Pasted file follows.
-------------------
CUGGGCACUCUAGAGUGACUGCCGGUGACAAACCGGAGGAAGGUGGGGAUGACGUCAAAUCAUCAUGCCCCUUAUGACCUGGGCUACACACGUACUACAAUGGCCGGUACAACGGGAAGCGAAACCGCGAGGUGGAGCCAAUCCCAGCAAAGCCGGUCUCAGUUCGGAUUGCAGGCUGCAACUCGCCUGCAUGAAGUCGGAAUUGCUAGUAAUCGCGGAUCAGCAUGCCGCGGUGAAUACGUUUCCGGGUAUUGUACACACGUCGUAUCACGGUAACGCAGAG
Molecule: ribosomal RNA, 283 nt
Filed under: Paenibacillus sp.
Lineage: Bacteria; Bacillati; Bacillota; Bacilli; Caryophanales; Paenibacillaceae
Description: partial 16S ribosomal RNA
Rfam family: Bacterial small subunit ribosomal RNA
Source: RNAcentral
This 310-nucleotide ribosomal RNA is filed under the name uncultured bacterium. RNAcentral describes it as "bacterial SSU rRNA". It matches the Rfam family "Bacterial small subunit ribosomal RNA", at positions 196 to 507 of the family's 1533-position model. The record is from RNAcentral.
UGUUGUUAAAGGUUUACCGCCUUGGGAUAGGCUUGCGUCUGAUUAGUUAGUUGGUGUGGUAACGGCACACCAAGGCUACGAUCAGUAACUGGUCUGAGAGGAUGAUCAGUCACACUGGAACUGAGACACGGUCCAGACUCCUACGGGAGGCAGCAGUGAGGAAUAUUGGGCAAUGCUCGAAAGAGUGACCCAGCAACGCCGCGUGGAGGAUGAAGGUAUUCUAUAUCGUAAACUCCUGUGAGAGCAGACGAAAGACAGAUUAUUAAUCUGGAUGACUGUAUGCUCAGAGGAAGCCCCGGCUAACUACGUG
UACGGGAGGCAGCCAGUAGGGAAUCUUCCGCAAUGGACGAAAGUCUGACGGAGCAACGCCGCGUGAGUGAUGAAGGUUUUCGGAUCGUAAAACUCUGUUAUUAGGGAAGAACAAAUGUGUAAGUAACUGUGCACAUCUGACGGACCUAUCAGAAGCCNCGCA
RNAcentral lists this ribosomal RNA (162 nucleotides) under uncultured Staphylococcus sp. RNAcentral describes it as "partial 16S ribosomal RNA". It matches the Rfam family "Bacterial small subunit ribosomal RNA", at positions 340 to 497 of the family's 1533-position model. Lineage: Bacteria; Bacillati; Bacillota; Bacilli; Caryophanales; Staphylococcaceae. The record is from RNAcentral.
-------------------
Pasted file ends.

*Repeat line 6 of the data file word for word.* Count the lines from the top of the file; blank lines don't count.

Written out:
Rfam family: Bacterial small subunit ribosomal RNA